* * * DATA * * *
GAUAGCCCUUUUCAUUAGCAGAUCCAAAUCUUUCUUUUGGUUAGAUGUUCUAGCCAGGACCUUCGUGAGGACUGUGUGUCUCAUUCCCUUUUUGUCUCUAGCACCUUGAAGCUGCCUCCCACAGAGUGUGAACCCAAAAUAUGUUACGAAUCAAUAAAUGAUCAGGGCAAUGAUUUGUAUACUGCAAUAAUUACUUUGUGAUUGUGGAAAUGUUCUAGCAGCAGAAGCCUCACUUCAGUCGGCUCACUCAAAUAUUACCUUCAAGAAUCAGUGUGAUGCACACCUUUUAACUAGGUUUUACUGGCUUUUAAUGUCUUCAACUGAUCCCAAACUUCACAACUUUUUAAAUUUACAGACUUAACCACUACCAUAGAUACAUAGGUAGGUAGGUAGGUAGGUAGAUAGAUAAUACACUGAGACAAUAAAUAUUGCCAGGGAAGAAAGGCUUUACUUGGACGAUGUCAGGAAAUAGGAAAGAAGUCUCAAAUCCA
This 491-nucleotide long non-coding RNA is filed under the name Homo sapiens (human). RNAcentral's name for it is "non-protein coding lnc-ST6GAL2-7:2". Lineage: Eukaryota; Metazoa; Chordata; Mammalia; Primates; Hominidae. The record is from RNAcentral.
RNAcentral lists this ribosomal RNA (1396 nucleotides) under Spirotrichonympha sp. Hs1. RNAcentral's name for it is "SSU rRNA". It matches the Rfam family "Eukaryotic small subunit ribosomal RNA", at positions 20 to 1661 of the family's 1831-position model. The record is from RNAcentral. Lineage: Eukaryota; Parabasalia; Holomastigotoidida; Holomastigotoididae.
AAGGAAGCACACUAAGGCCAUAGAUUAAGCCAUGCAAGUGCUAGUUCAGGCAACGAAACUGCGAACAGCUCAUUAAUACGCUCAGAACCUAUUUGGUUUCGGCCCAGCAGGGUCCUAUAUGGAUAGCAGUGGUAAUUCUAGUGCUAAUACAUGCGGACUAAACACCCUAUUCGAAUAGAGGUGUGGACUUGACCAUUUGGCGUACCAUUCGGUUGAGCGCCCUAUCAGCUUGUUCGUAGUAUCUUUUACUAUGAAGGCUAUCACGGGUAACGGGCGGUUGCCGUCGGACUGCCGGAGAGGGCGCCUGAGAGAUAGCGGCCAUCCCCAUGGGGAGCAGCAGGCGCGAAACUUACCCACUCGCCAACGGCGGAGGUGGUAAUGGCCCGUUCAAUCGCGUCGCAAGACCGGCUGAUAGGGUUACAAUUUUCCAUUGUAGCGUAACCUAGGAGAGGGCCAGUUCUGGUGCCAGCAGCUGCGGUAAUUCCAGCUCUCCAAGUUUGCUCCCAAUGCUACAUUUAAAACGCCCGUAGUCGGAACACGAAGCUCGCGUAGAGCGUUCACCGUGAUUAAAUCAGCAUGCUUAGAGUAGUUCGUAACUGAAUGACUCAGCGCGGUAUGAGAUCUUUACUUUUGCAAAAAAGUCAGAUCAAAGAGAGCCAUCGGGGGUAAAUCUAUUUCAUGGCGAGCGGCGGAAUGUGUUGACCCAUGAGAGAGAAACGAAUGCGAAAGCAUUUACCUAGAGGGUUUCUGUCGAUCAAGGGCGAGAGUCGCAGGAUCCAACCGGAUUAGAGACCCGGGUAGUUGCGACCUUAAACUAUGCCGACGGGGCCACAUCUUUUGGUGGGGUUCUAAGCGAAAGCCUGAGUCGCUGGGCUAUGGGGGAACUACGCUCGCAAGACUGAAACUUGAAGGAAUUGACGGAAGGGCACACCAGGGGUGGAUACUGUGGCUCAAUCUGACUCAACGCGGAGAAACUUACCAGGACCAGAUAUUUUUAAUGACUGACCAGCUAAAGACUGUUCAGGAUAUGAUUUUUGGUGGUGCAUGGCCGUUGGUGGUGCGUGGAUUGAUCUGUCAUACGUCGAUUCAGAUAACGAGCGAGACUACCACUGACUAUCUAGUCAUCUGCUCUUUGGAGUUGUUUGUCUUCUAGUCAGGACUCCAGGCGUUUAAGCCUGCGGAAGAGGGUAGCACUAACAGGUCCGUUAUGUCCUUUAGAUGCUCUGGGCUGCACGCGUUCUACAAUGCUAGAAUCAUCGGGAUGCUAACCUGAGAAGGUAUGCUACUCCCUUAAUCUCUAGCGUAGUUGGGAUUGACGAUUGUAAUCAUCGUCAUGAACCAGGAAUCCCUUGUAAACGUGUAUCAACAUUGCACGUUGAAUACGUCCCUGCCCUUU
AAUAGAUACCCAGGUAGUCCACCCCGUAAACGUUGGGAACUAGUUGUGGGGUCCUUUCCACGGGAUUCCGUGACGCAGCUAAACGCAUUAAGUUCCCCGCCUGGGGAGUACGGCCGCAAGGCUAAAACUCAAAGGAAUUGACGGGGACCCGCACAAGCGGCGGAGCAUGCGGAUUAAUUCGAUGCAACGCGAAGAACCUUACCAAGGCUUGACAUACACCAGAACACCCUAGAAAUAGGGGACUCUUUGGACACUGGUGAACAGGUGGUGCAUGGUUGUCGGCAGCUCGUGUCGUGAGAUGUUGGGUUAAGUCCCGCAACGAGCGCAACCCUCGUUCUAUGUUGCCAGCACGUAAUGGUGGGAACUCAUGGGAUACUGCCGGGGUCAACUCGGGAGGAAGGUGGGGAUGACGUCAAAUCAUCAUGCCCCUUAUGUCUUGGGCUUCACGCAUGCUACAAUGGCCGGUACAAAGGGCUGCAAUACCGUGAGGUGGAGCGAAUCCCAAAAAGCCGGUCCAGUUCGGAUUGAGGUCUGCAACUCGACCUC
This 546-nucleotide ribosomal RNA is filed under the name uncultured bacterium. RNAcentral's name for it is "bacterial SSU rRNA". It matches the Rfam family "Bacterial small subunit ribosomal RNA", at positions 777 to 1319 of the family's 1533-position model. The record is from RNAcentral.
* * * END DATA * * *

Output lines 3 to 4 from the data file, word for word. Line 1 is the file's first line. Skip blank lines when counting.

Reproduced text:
RNAcentral lists this ribosomal RNA (1396 nucleotides) under Spirotrichonympha sp. Hs1. RNAcentral's name for it is "SSU rRNA". It matches the Rfam family "Eukaryotic small subunit ribosomal RNA", at positions 20 to 1661 of the family's 1831-position model. The record is from RNAcentral. Lineage: Eukaryota; Parabasalia; Holomastigotoidida; Holomastigotoididae.
AAGGAAGCACACUAAGGCCAUAGAUUAAGCCAUGCAAGUGCUAGUUCAGGCAACGAAACUGCGAACAGCUCAUUAAUACGCUCAGAACCUAUUUGGUUUCGGCCCAGCAGGGUCCUAUAUGGAUAGCAGUGGUAAUUCUAGUGCUAAUACAUGCGGACUAAACACCCUAUUCGAAUAGAGGUGUGGACUUGACCAUUUGGCGUACCAUUCGGUUGAGCGCCCUAUCAGCUUGUUCGUAGUAUCUUUUACUAUGAAGGCUAUCACGGGUAACGGGCGGUUGCCGUCGGACUGCCGGAGAGGGCGCCUGAGAGAUAGCGGCCAUCCCCAUGGGGAGCAGCAGGCGCGAAACUUACCCACUCGCCAACGGCGGAGGUGGUAAUGGCCCGUUCAAUCGCGUCGCAAGACCGGCUGAUAGGGUUACAAUUUUCCAUUGUAGCGUAACCUAGGAGAGGGCCAGUUCUGGUGCCAGCAGCUGCGGUAAUUCCAGCUCUCCAAGUUUGCUCCCAAUGCUACAUUUAAAACGCCCGUAGUCGGAACACGAAGCUCGCGUAGAGCGUUCACCGUGAUUAAAUCAGCAUGCUUAGAGUAGUUCGUAACUGAAUGACUCAGCGCGGUAUGAGAUCUUUACUUUUGCAAAAAAGUCAGAUCAAAGAGAGCCAUCGGGGGUAAAUCUAUUUCAUGGCGAGCGGCGGAAUGUGUUGACCCAUGAGAGAGAAACGAAUGCGAAAGCAUUUACCUAGAGGGUUUCUGUCGAUCAAGGGCGAGAGUCGCAGGAUCCAACCGGAUUAGAGACCCGGGUAGUUGCGACCUUAAACUAUGCCGACGGGGCCACAUCUUUUGGUGGGGUUCUAAGCGAAAGCCUGAGUCGCUGGGCUAUGGGGGAACUACGCUCGCAAGACUGAAACUUGAAGGAAUUGACGGAAGGGCACACCAGGGGUGGAUACUGUGGCUCAAUCUGACUCAACGCGGAGAAACUUACCAGGACCAGAUAUUUUUAAUGACUGACCAGCUAAAGACUGUUCAGGAUAUGAUUUUUGGUGGUGCAUGGCCGUUGGUGGUGCGUGGAUUGAUCUGUCAUACGUCGAUUCAGAUAACGAGCGAGACUACCACUGACUAUCUAGUCAUCUGCUCUUUGGAGUUGUUUGUCUUCUAGUCAGGACUCCAGGCGUUUAAGCCUGCGGAAGAGGGUAGCACUAACAGGUCCGUUAUGUCCUUUAGAUGCUCUGGGCUGCACGCGUUCUACAAUGCUAGAAUCAUCGGGAUGCUAACCUGAGAAGGUAUGCUACUCCCUUAAUCUCUAGCGUAGUUGGGAUUGACGAUUGUAAUCAUCGUCAUGAACCAGGAAUCCCUUGUAAACGUGUAUCAACAUUGCACGUUGAAUACGUCCCUGCCCUUU